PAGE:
Shelina Bhamani ( Department of Obstetrics and Gynaecology, Aga Khan University, Karachi, Pakistan. )
Areeba Zainab Makhdoom ( Dean's Clinical Research Fellow, Department of Obstetrics and Gynecology, Aga Khan University, Karachi, Pakistan. )
The status of national health could be gauged by the status of health care facilities / hospitals. The better the healthcare services, the better a nation's health. The environment of hospitals and the impact they have in the lives of people are important indicators of a health promotive and progressive nation. It is not only the people in need of healthcare who benefit from the conducive environment of hospitals, but medical professionals in training are also equally impacted by the environment, and benefit largely from the opportunities that a good environment presents for learning, research and medical advancements. Healthcare, like education and other people services, forms a social infrastructure that changes the mindsets, lifestyles, approach and habits of a nation. The national character is evident from the harmony and consonance in the social infrastructure, leading to justice, equality and peace. Hospitals, by definition, should be health promotive - based on the maxim 'prevention is better than cure.' Effective hospitals should uphold best practices to help raise the standard of life, educating people on various health aspects and enabling the community for better decision-making concerning their health, hygiene, exercise, dietary intake and general lifestyles.1
The environment in healthcare hospitals in Pakistan
The Pakistani healthcare system, especially the public sector, is making slow progress. The government has introduced many reforms, however, the progress is slow due to many factors including poor governance, corruption in the health system, unavailability of resources and lack of access to these resources; and lack of coherent policy.2 Among the many challenges, the Pakistani healthcare system in public hospitals face, are issues of patient safety, effective communication, timely and efficient response and care, and equity in care.3 However, all is not lost and as a signatory of the Sustainable Development Goals (SDGs), Pakistan is working on many fronts to bring improvement, especially in healthcare and education as one of the post Covid-19 agenda. Public hospitals in general lack conducive environment for patients' well-being. There is a low focus on educating the masses and promoting self-care, personal hygiene, and aspirations. The response is mainly curative, and that too is inefficient and ineffective. Guidance and counselling services are also lacking, for example, prevention and care from commonly communicable diseases, the importance of breastfeeding, absent promotions on health check-ups for blood pressure, diabetes and other diseases. While much of this is due to lack of resources, the inability to seek quality healthcare and provide quality care is due to the general lack of awareness and illiteracy.4 Furthermore, hospitals have apparently low inclination and investment in research regarding patient care and quality of care. Most hospitals in Pakistan do not even have television screens to run health education advertisements and those that do run local news or sports channels rather than make use of technology to educate the people in waiting. The use of technology in augmenting healthcare is also missing, with low investment in using machines for medical diagnosis and patient care and management. There are many reasons for this shortcoming but primarily these shortcomings are due to lack of defined policies and guidelines on how hospitals should look like and what they should offer to the public.5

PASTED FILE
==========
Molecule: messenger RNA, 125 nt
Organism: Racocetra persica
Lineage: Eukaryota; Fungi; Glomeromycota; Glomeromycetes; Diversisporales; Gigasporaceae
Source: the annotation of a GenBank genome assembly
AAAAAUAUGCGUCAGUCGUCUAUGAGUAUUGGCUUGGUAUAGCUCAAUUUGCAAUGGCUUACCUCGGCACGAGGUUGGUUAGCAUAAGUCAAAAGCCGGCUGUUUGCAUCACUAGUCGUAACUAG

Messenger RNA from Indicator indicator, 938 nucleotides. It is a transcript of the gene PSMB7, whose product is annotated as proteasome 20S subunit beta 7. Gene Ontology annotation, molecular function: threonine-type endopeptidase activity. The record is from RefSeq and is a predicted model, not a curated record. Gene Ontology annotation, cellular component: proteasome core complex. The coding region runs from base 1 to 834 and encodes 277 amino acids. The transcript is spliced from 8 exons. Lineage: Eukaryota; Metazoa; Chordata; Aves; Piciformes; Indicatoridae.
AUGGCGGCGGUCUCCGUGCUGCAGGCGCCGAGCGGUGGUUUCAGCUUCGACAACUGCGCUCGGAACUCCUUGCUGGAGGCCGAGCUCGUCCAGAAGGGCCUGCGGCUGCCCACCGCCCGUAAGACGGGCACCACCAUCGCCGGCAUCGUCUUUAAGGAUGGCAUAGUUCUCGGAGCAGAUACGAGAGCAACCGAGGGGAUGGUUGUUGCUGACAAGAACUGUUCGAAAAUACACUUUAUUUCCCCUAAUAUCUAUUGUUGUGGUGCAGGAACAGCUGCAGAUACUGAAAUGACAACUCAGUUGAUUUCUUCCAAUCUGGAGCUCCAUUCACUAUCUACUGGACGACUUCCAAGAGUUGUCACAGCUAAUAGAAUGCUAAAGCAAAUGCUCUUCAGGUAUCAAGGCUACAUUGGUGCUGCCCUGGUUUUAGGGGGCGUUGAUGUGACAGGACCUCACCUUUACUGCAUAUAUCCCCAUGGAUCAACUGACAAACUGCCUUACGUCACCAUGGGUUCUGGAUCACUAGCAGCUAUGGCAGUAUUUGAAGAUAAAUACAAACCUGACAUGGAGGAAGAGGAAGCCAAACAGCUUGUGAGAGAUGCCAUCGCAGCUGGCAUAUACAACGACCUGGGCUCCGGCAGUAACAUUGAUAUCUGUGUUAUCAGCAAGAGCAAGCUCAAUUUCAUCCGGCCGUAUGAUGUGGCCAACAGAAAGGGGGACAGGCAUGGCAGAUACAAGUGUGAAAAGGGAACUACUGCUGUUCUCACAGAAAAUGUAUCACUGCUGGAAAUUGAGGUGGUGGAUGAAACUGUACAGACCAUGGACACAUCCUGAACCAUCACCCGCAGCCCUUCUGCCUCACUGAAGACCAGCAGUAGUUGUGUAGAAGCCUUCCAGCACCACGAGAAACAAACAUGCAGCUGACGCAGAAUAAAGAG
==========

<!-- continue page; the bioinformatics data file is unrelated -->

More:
The role of hospitals has become more crucial in the post pandemic era as there is a herculean need of educating the masses for the preventive health and vaccine roll-out. Hospitals now have to play a pivotal role in taking a lead role in public health and education. In addition to it, coherent and sustainable policy at the national level and efficient governance with stringent monitoring, accountability and evaluation procedures are needed to make hospitals health promotive.
Disclaimer: Authors declare no conflict of interest.
1. NIB. Prevention is better than cure. Retrieved from NIB Website: h t t p s : / / w w w . n i b . c o m . a u / t h e - c h e c k u p / h e a l t h y - living/prevention-is-better-than-cure Cited on 13. March 2015.
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5. Irfan S M, Ijaz A. Comparison of service quality between private and public hospitals: Empirical evidences from Pakistan. J. Qual. Technol.2011; 7: 1-22.